Cephalopod remains from stomachs of sperm whales (Physeter macrocephalus) that mass-stranded along the Oregon coast

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Abstract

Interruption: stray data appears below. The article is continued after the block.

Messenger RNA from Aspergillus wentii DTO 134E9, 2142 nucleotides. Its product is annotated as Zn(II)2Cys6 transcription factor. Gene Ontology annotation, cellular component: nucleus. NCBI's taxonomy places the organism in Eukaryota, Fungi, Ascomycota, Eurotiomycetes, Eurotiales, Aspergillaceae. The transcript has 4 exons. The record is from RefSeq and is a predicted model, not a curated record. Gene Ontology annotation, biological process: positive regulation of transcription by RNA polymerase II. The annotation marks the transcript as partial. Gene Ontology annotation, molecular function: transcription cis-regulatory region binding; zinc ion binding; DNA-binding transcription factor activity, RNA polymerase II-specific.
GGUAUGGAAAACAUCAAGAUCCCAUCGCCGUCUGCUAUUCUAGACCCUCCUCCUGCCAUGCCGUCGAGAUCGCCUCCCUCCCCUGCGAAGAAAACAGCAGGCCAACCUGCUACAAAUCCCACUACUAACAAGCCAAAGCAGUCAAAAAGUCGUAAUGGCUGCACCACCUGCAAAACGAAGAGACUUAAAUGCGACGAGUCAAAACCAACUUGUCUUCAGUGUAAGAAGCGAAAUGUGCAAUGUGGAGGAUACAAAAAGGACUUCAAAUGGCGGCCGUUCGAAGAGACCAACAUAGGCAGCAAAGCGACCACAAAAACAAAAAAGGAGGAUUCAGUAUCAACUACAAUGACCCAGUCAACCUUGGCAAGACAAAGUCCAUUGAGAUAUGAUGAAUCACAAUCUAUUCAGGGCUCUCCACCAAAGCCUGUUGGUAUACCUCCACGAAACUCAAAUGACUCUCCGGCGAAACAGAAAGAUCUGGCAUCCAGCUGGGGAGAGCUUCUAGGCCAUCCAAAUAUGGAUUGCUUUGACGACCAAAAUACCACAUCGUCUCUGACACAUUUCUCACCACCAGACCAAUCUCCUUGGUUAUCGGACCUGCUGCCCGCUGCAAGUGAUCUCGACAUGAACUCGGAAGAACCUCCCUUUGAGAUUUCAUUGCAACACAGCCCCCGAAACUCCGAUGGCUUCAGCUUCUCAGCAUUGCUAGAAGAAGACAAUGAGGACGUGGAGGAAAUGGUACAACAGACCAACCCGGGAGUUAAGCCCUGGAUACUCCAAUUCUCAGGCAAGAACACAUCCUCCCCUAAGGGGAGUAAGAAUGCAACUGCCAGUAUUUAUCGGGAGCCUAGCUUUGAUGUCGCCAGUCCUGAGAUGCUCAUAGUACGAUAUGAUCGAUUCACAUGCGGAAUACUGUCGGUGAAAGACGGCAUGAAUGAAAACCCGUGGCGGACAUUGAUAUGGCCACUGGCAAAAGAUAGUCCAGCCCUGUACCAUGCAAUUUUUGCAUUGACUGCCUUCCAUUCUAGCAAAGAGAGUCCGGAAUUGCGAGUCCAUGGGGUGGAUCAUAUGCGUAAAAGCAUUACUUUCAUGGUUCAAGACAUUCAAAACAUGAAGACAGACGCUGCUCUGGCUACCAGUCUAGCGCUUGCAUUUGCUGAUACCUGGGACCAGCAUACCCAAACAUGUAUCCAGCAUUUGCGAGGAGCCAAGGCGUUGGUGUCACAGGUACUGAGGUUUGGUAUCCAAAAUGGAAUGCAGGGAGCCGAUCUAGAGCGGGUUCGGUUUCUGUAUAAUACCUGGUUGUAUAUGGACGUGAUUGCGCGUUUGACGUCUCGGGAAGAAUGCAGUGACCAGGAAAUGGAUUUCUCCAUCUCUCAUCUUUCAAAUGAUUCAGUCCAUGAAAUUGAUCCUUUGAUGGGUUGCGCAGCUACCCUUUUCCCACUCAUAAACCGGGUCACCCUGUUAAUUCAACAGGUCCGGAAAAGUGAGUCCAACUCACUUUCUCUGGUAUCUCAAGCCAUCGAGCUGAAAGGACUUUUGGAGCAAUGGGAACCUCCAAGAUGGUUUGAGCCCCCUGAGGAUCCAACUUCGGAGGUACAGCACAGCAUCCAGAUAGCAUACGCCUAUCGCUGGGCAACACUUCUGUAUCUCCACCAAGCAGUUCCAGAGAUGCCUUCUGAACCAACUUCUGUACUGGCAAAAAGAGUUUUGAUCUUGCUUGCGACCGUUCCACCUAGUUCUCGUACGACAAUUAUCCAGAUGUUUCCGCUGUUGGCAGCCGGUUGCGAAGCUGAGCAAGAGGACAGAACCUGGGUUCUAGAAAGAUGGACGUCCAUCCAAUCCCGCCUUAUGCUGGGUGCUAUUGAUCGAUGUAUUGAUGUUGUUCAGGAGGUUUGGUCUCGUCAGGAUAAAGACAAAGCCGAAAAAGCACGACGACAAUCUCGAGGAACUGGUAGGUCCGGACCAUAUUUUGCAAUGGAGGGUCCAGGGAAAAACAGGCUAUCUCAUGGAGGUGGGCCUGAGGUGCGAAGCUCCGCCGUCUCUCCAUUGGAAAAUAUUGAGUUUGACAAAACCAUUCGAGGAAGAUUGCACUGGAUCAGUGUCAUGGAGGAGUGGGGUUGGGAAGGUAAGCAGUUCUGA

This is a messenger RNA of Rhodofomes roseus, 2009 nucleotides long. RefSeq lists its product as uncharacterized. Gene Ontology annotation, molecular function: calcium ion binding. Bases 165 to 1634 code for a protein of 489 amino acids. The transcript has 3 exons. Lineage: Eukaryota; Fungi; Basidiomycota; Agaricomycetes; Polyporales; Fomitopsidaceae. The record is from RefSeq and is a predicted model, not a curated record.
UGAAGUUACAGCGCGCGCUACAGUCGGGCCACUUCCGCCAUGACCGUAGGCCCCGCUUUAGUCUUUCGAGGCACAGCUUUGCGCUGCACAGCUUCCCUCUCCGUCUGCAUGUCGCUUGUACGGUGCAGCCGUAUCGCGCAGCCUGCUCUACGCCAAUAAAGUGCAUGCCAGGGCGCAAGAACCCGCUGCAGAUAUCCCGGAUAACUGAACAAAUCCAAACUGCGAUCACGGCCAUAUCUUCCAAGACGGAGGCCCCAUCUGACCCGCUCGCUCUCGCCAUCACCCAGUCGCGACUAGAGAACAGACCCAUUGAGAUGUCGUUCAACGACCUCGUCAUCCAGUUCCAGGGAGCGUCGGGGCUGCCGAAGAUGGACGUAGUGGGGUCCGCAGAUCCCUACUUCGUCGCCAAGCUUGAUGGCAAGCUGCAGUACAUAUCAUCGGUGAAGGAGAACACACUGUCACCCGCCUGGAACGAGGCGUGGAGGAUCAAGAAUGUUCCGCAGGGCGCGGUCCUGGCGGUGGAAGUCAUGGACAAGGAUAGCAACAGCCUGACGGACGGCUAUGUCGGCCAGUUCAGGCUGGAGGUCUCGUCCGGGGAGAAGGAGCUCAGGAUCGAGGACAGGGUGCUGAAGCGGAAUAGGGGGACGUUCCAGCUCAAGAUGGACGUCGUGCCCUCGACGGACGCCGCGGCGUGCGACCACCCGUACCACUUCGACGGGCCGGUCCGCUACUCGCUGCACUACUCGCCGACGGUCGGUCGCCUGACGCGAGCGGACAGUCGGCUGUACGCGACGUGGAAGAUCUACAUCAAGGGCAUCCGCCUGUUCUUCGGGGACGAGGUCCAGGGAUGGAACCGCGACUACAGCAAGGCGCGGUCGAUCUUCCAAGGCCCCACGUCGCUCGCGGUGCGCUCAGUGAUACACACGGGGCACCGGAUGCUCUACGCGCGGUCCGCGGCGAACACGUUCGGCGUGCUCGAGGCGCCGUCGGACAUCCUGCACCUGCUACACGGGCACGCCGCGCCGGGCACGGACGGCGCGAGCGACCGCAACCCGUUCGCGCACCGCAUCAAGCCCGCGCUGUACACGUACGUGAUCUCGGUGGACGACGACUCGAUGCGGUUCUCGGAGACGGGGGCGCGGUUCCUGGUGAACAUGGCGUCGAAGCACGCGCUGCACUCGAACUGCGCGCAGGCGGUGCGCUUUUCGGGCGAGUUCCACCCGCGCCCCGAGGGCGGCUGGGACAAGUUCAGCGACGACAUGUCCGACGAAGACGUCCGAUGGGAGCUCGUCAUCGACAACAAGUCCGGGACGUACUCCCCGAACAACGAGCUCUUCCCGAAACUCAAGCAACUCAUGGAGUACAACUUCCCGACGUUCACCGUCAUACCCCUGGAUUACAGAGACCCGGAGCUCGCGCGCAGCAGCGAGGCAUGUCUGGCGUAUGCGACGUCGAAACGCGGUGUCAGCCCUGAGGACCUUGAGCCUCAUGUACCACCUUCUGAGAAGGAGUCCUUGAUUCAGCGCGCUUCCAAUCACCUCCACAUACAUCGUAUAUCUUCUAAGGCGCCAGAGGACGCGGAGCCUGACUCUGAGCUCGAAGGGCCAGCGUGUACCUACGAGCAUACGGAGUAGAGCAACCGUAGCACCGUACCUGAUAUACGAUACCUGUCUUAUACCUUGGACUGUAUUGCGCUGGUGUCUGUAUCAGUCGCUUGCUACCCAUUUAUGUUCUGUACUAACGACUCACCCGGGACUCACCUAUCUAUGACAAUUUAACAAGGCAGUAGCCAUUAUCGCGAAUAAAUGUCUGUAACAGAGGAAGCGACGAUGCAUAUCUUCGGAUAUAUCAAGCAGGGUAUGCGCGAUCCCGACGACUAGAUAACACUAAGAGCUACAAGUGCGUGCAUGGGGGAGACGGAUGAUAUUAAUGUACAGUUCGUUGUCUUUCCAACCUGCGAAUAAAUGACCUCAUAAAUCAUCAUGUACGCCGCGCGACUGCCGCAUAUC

On 16 June 1979, a herd of 41 sperm whales stranded near the mouth of the Siuslaw River in Florence, Oregon. The stomach contents from 32 whales were collected, identified to the lowest taxonomic level possible, enumerated, and measured. A total of 20,247 cephalopod lower beaks that represented 24 species from 14 different families were recovered. The most numerous species were Histioteuthis hoylei (25.9%), Taonius borealis (12.9%), Galiteuthis phyllura (11.2%), Gonatopsis/Berryteuthis type (10.9%), and Moroteuthis robusta (10.7%). Reconstructed estimates of mass indicated that M. robusta contributed almost 50% of the total mass of cephalopods consumed, followed by H. hoylei (19.3%), and T. borealis (7.0%). The most important species in the diet of stranded whales were M. robusta, H. hoylei, T. borealis, G. phyllura, Octopoteuthis deletron, and Gonatopsis/Berryteuthis type. There were significant differences in the diet of males and females, but no differences between sperm whales of different age groups. Overall, sperm whales primarily consumed small cephalopods that were likely eaten south of 45ºN in or near the California Current System. This study provides new estimates of the food habits of sperm whales in the northeast Pacific from one of the largest strandings of this species.

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